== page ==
In good news for Ohio taxpayers, state policymakers are recognizing that there's no free lunch in public infrastructure, and they're seeking new ways to do more with less.
Facing a perfect storm of persistent budget deficits, underfunded public pensions and tightening federal spending on highways and the like, cash-strapped states like Ohio are going to have to innovate if they want to continue to maintain—much less expand and modernize—their infrastructure systems to keep pace with an increasingly competitive global economy.
Ohio has now joined at least 25 other states in passing sensible legislation to authorize public-private partnerships (PPPs) to develop infrastructure projects. Governments around the world have shown they can partner with private firms to finance and develop new highways, bridges and other infrastructure vital to our economy. Public-private partnerships offer a way to bring new sources of capital to the table as “traditional” sources like fuel taxes and government borrowing dry up in an increasingly challenging fiscal environment.
In March of this year, Gov. John Kasich signed into law House Bill 114, which included language authorizing transportation public-private partnerships in Ohio. This will benefit the state by allowing officials to seek private funds to fund and build needed transportation projects now, as opposed to decades from now—if ever—given the shaky state of government finances.
The legislature is currently revisiting the issue in House Bill 153, ostensibly to clarify and add more policy direction on how PPPs will be used. The version passed by the House earlier this month represents a good start to a solid PPP framework, but,the Senate has a chance to improve upon the House's bill in two key ways.
First, the House language grants exclusive authority to the director of the Office of Budget and Management (OBM) to analyze and determine which transportation public-private partnership projects to advance. Vesting such authority in one individual, however, goes against the grain of global best practices.
Countries like the United Kingdom, Australia and Canada that have successfully implemented PPPs for decades have found it beneficial to create a team of experts—a PPP “center of excellence”—to evaluate and procure projects, given that these projects tend to be more complex and require more rigor than your garden variety of government purchasing. The center brings together experienced technical, financial and legal experts to study, prioritize and select projects using a consistent set of standards and practices. This promotes transparency, accountability and performance in infrastructure decision-making. The PPP team can also translate lessons learned and best practices from previous projects to new ones, generating a cycle of continuous improvement.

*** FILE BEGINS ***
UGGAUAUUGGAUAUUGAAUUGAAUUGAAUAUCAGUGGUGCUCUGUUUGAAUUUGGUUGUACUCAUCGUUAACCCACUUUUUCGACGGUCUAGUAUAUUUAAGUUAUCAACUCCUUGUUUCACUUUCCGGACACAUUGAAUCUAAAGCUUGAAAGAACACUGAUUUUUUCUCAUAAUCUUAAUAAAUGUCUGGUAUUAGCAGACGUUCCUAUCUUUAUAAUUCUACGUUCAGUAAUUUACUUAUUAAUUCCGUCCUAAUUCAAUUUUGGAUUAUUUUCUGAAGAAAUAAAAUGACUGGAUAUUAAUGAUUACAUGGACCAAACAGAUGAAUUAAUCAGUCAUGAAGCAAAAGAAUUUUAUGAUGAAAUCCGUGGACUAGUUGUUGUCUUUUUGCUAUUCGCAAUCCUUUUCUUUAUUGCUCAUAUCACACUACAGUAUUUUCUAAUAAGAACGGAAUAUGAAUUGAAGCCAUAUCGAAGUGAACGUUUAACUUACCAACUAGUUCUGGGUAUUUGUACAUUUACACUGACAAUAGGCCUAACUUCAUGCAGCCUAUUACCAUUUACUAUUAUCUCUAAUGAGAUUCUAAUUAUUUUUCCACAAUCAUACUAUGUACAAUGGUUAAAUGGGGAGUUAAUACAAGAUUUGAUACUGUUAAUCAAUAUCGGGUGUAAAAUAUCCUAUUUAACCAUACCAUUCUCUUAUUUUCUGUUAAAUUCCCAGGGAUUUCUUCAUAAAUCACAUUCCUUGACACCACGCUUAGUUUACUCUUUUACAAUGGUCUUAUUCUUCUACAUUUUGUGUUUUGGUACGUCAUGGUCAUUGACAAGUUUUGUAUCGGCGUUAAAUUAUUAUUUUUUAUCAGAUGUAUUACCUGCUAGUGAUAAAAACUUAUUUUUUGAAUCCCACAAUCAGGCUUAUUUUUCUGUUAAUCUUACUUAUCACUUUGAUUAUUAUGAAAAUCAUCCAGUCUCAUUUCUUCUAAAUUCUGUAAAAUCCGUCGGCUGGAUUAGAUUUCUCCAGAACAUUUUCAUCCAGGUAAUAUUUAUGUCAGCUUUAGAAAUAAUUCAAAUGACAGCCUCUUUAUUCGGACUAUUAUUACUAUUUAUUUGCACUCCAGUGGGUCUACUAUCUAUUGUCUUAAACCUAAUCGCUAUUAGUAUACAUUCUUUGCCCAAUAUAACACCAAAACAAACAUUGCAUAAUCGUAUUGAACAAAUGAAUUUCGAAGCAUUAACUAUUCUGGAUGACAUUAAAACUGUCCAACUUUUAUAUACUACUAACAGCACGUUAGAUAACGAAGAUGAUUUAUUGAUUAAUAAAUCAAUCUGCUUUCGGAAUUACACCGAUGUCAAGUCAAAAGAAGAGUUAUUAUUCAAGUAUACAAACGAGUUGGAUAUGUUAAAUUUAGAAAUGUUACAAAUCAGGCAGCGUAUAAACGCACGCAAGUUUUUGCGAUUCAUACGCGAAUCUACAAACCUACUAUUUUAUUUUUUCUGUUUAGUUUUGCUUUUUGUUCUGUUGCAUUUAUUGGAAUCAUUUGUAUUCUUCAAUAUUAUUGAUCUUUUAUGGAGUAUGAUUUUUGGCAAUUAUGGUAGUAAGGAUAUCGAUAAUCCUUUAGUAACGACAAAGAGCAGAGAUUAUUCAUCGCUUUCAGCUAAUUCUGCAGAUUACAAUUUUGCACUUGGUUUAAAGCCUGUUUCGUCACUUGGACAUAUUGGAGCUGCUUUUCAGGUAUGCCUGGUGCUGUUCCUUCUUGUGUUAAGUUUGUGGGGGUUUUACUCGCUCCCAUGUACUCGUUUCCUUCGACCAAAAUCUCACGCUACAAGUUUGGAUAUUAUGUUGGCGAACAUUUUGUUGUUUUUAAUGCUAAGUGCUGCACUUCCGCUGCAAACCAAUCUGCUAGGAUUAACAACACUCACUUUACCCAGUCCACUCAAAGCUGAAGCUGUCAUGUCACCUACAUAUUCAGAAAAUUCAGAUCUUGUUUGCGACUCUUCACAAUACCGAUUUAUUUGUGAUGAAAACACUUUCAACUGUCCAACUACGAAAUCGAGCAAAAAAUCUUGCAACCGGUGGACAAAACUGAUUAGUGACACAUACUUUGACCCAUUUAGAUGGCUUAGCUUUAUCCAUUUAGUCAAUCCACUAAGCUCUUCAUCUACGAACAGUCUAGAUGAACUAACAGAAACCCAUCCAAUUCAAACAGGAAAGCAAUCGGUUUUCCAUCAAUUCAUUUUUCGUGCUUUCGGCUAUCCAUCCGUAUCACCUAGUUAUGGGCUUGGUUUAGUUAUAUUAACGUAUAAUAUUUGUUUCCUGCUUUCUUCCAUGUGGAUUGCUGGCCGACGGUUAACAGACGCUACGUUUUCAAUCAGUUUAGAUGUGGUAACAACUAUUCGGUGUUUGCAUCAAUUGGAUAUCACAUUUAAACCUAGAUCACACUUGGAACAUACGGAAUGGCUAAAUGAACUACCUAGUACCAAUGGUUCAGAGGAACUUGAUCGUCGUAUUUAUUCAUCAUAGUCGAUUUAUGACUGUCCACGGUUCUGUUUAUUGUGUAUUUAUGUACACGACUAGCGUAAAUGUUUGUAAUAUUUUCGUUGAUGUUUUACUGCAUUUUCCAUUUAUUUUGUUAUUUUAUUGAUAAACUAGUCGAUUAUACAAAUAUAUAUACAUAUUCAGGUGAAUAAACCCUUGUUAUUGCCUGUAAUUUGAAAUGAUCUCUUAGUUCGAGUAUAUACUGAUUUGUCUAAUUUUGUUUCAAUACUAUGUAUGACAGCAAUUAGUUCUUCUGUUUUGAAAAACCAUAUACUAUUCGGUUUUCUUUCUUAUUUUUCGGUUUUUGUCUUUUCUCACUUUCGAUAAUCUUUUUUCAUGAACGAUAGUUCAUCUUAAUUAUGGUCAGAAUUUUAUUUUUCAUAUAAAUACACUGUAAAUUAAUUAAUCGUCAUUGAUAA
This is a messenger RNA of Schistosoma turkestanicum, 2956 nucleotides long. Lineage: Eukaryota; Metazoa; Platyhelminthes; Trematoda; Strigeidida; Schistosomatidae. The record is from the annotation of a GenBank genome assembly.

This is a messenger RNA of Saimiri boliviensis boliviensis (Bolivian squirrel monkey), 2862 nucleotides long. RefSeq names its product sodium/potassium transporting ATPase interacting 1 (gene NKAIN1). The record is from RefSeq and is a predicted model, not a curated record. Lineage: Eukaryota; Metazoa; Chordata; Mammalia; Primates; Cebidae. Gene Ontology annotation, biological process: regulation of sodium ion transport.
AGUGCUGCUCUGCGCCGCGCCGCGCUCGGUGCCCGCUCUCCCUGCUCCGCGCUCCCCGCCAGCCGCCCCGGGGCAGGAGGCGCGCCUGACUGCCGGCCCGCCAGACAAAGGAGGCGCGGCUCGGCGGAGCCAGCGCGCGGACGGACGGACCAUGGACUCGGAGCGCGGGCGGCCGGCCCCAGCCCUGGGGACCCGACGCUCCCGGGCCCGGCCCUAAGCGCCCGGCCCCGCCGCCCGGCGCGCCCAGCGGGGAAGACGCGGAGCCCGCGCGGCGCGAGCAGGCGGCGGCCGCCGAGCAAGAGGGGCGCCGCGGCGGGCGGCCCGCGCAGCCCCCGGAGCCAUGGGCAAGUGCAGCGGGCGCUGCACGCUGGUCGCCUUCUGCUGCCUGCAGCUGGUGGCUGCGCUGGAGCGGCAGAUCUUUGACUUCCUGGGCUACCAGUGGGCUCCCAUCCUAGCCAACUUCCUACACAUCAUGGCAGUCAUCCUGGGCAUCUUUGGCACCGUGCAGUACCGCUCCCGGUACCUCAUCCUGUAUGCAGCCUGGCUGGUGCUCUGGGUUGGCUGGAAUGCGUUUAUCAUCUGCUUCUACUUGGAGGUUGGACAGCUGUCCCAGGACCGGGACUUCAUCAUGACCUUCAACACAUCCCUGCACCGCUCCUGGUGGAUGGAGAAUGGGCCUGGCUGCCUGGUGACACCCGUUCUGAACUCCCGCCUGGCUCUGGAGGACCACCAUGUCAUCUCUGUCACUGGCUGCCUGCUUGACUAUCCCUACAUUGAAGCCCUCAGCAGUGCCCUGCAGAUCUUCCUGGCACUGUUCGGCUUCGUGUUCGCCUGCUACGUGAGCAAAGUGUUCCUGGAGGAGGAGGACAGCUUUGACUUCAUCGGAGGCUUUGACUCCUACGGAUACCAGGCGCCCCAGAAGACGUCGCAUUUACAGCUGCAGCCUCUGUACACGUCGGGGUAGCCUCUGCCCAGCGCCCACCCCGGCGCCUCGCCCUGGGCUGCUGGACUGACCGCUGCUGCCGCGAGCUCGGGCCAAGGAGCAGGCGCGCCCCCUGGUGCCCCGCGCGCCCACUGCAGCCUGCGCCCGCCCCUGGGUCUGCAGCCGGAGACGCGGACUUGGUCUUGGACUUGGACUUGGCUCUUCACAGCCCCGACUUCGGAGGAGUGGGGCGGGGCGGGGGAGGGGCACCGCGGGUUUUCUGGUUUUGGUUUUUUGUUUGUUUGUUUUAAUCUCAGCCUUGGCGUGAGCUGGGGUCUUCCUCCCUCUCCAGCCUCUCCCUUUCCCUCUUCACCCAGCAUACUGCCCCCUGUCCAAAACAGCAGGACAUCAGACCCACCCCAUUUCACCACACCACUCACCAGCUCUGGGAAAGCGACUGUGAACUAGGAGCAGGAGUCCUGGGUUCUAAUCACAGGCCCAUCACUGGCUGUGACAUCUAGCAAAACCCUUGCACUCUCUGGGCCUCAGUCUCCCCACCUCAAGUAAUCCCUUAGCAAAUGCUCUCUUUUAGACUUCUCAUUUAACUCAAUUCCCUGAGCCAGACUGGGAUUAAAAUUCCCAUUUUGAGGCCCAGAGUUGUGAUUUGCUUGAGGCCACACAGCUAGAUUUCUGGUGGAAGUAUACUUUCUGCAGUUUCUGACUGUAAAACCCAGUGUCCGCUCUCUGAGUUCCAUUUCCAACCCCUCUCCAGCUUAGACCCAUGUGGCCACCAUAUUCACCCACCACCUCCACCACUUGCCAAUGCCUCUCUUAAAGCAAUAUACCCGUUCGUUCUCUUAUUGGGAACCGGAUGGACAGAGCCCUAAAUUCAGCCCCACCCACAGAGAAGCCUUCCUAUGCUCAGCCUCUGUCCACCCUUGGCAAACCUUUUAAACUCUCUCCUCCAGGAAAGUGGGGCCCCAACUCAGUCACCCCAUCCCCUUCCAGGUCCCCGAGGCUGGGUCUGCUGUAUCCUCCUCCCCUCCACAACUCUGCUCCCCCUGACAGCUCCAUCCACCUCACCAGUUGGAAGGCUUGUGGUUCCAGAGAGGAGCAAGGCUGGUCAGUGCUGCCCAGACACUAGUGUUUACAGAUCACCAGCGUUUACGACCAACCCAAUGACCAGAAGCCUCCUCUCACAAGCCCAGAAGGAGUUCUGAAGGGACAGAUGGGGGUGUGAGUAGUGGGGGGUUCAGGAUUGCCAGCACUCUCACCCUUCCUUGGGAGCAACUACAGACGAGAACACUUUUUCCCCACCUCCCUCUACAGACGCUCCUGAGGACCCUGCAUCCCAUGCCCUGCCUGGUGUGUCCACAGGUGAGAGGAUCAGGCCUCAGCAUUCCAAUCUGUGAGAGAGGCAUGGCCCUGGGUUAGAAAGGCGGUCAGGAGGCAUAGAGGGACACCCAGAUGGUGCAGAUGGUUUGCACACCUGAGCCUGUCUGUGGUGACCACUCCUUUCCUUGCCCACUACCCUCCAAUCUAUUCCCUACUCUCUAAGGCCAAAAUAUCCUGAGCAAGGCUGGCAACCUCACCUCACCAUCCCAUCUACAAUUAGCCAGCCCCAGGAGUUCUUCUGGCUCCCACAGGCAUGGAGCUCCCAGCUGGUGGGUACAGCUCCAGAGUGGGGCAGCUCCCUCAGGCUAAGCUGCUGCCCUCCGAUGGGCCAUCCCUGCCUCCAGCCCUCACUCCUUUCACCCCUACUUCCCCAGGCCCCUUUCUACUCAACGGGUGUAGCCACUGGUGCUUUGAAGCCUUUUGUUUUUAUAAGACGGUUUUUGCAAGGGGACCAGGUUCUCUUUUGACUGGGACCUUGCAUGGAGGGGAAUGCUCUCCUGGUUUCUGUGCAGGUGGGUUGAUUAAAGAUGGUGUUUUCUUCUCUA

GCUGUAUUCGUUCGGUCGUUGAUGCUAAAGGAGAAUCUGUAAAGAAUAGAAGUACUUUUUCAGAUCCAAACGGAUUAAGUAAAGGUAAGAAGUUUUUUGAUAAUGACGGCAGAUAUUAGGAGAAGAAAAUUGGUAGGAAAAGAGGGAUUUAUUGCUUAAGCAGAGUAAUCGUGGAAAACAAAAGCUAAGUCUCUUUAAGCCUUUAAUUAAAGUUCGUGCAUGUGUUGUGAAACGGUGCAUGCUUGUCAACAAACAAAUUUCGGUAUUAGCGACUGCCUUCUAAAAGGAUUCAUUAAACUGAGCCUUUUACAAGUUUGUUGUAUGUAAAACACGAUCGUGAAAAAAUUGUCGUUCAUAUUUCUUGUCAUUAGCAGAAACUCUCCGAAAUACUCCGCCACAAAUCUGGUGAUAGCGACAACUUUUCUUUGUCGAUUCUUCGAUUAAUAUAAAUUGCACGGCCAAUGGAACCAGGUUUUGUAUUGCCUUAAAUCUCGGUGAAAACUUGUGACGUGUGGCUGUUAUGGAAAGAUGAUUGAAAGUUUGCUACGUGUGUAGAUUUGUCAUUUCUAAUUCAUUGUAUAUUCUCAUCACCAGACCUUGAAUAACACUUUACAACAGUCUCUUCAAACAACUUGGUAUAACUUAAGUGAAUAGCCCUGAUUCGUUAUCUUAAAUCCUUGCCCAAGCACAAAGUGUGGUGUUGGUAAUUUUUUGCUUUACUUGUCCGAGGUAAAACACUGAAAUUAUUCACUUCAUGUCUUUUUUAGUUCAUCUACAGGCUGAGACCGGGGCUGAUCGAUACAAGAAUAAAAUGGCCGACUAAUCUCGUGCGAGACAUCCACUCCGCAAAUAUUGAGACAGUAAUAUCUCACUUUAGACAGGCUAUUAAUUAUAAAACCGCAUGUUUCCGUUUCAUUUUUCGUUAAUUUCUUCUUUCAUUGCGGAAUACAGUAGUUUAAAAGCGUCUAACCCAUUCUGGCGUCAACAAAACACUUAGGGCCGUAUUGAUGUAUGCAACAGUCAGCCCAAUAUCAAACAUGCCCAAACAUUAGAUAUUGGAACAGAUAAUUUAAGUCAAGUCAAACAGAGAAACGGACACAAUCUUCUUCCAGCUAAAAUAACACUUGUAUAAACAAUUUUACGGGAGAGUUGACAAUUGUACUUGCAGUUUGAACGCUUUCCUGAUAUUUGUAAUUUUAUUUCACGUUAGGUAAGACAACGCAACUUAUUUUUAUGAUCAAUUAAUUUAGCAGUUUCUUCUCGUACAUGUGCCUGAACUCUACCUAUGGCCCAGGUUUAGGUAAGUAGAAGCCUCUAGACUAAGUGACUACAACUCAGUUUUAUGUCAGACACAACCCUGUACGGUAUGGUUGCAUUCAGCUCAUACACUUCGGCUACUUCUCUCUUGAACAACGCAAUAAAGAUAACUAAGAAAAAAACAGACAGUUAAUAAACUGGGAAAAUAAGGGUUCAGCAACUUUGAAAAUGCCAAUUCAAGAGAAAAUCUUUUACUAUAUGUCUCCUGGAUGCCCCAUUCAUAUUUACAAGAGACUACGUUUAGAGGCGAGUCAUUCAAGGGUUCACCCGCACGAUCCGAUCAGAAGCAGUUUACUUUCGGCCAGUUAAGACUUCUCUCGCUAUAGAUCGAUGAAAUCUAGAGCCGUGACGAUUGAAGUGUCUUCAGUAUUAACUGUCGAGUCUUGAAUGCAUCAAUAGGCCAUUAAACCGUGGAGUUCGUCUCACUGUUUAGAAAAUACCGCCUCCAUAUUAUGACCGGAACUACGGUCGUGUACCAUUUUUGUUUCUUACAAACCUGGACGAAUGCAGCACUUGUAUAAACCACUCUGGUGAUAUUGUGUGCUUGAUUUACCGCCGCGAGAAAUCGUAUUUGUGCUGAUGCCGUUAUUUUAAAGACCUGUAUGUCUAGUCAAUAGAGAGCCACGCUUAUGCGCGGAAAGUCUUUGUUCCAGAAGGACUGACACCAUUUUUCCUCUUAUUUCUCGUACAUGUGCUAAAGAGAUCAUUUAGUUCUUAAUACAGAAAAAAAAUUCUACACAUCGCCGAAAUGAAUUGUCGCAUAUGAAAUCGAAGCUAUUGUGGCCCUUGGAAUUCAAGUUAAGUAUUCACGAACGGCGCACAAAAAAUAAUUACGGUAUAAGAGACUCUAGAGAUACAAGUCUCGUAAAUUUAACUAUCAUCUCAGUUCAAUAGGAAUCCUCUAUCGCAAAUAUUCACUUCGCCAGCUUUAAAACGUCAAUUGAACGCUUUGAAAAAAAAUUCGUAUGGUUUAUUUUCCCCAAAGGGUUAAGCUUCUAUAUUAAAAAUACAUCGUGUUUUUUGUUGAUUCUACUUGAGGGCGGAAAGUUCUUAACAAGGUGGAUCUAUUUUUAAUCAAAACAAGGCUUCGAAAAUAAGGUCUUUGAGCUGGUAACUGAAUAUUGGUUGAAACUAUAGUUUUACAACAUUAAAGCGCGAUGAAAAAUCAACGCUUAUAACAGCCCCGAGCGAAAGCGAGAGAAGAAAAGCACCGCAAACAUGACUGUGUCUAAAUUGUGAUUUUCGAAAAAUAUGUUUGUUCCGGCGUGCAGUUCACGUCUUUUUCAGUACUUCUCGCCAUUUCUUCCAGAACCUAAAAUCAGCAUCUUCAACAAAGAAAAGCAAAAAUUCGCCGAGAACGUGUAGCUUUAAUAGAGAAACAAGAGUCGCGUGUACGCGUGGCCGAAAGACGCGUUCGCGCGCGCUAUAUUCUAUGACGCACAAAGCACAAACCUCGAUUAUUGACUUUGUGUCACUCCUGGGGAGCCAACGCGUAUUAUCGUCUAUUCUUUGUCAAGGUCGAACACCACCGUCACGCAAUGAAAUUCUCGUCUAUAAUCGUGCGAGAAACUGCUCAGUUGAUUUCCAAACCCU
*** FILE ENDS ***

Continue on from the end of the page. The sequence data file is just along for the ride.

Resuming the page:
The Ohio Senate should consider adopting this approach by creating a dedicated public-private partnership center of excellence within the OBM instead of granting all PPP authority to the director. Excellent, proven models for structuring a PPP center abound, including Partnerships U.K. (United Kingdom), Partnerships B.C. (British Columbia), Infrastructure Ontario and Puerto Rico’s new Public-Private Partnerships Authority.
A second area for improvement would be to expand the scope beyond just transportation. Highways and bridges are a good, and much-needed start, but what about schools, hospitals, courthouses and other types of social infrastructure? Funding pressures exist across the board in public infrastructure—not just transportation—and new solutions are needed.
The Ohio Senate need not reinvent the wheel in expanding the scope of public-private partnerships beyond just transportation. Global PPP leaders like the U.K. and Canada have long used partnerships to develop hospitals and schools, in addition to transportation projects. Domestically, Virginia has passed two separate PPP laws used by the state to deliver infrastructure across a variety of sectors, including highways, road maintenance, education facilities, telecom and psychiatric hospitals. Similarly, Puerto Rico adopted legislation in 2009 inviting private investors to modernize or develop new roads, schools, ports, water systems and energy plants. In addition, the California court system is currently using a public-private partnership to finance and build a new, $492 million courthouse to replace an aging facility in Long Beach. Given the Golden State's budget woes, a PPP was the only realistic option to deliver such a costly, but nonetheless important, project.
Ohio policymakers deserve credit for realizing that new tools are necessary to deliver public infrastructure as we enter what is hopefully a new era of fiscal responsibility. Ohio can no longer afford to sit on the sidelines and watch other states take the lead on PPPs, so getting the policy right from the outset is critical. Private capital is flowing to those states that have created a sound legal framework for infrastructure investment, and if the Senate gets the details right in the current bill, Ohio's economy and business climate will benefit from public-private partnerships for years to come.
Leonard Gilroy is the director of government reform at Reason Foundation, a national think tank advancing free minds and free markets.